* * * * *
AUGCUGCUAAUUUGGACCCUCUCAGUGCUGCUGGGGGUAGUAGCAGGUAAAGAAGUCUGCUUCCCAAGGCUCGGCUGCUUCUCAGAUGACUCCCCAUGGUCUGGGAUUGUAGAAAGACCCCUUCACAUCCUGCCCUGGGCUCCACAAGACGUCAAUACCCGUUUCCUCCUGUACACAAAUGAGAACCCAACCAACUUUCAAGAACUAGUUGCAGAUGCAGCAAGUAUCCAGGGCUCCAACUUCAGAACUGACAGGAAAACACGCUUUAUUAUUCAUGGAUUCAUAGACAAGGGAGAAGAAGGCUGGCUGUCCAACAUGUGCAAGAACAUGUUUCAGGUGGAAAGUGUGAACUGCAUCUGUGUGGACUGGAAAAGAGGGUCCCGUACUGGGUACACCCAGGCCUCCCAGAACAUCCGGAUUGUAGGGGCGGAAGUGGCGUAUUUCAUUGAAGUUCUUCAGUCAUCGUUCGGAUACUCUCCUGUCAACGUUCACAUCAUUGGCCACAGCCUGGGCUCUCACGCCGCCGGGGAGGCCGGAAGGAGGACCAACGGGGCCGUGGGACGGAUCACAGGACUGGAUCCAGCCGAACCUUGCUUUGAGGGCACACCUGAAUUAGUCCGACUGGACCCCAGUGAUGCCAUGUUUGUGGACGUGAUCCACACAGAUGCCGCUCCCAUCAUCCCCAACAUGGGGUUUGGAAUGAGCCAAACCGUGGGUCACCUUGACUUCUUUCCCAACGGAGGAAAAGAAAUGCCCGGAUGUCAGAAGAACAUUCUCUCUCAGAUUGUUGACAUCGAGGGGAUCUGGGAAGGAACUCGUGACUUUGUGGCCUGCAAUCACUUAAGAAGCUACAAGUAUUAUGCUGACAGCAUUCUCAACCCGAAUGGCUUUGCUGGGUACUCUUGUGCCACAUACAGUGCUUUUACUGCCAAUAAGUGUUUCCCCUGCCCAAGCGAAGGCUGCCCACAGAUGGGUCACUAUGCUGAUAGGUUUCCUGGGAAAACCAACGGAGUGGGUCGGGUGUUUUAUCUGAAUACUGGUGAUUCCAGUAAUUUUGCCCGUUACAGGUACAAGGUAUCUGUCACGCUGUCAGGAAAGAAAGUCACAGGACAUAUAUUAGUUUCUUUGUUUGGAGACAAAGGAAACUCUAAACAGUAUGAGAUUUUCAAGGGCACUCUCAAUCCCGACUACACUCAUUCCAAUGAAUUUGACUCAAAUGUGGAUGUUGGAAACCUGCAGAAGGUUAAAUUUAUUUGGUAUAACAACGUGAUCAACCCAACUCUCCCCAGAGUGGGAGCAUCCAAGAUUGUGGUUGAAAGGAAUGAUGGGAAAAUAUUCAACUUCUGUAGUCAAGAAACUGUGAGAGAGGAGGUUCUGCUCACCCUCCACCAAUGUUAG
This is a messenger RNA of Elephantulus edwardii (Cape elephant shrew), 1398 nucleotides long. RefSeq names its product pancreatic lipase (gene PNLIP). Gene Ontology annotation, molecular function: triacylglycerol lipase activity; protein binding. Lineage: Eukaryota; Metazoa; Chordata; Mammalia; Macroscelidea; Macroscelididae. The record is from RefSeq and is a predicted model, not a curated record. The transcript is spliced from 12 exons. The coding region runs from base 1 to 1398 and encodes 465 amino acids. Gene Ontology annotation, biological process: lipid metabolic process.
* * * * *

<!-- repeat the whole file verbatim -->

AUGCUGCUAAUUUGGACCCUCUCAGUGCUGCUGGGGGUAGUAGCAGGUAAAGAAGUCUGCUUCCCAAGGCUCGGCUGCUUCUCAGAUGACUCCCCAUGGUCUGGGAUUGUAGAAAGACCCCUUCACAUCCUGCCCUGGGCUCCACAAGACGUCAAUACCCGUUUCCUCCUGUACACAAAUGAGAACCCAACCAACUUUCAAGAACUAGUUGCAGAUGCAGCAAGUAUCCAGGGCUCCAACUUCAGAACUGACAGGAAAACACGCUUUAUUAUUCAUGGAUUCAUAGACAAGGGAGAAGAAGGCUGGCUGUCCAACAUGUGCAAGAACAUGUUUCAGGUGGAAAGUGUGAACUGCAUCUGUGUGGACUGGAAAAGAGGGUCCCGUACUGGGUACACCCAGGCCUCCCAGAACAUCCGGAUUGUAGGGGCGGAAGUGGCGUAUUUCAUUGAAGUUCUUCAGUCAUCGUUCGGAUACUCUCCUGUCAACGUUCACAUCAUUGGCCACAGCCUGGGCUCUCACGCCGCCGGGGAGGCCGGAAGGAGGACCAACGGGGCCGUGGGACGGAUCACAGGACUGGAUCCAGCCGAACCUUGCUUUGAGGGCACACCUGAAUUAGUCCGACUGGACCCCAGUGAUGCCAUGUUUGUGGACGUGAUCCACACAGAUGCCGCUCCCAUCAUCCCCAACAUGGGGUUUGGAAUGAGCCAAACCGUGGGUCACCUUGACUUCUUUCCCAACGGAGGAAAAGAAAUGCCCGGAUGUCAGAAGAACAUUCUCUCUCAGAUUGUUGACAUCGAGGGGAUCUGGGAAGGAACUCGUGACUUUGUGGCCUGCAAUCACUUAAGAAGCUACAAGUAUUAUGCUGACAGCAUUCUCAACCCGAAUGGCUUUGCUGGGUACUCUUGUGCCACAUACAGUGCUUUUACUGCCAAUAAGUGUUUCCCCUGCCCAAGCGAAGGCUGCCCACAGAUGGGUCACUAUGCUGAUAGGUUUCCUGGGAAAACCAACGGAGUGGGUCGGGUGUUUUAUCUGAAUACUGGUGAUUCCAGUAAUUUUGCCCGUUACAGGUACAAGGUAUCUGUCACGCUGUCAGGAAAGAAAGUCACAGGACAUAUAUUAGUUUCUUUGUUUGGAGACAAAGGAAACUCUAAACAGUAUGAGAUUUUCAAGGGCACUCUCAAUCCCGACUACACUCAUUCCAAUGAAUUUGACUCAAAUGUGGAUGUUGGAAACCUGCAGAAGGUUAAAUUUAUUUGGUAUAACAACGUGAUCAACCCAACUCUCCCCAGAGUGGGAGCAUCCAAGAUUGUGGUUGAAAGGAAUGAUGGGAAAAUAUUCAACUUCUGUAGUCAAGAAACUGUGAGAGAGGAGGUUCUGCUCACCCUCCACCAAUGUUAG
This is a messenger RNA of Elephantulus edwardii (Cape elephant shrew), 1398 nucleotides long. RefSeq names its product pancreatic lipase (gene PNLIP). Gene Ontology annotation, molecular function: triacylglycerol lipase activity; protein binding. Lineage: Eukaryota; Metazoa; Chordata; Mammalia; Macroscelidea; Macroscelididae. The record is from RefSeq and is a predicted model, not a curated record. The transcript is spliced from 12 exons. The coding region runs from base 1 to 1398 and encodes 465 amino acids. Gene Ontology annotation, biological process: lipid metabolic process.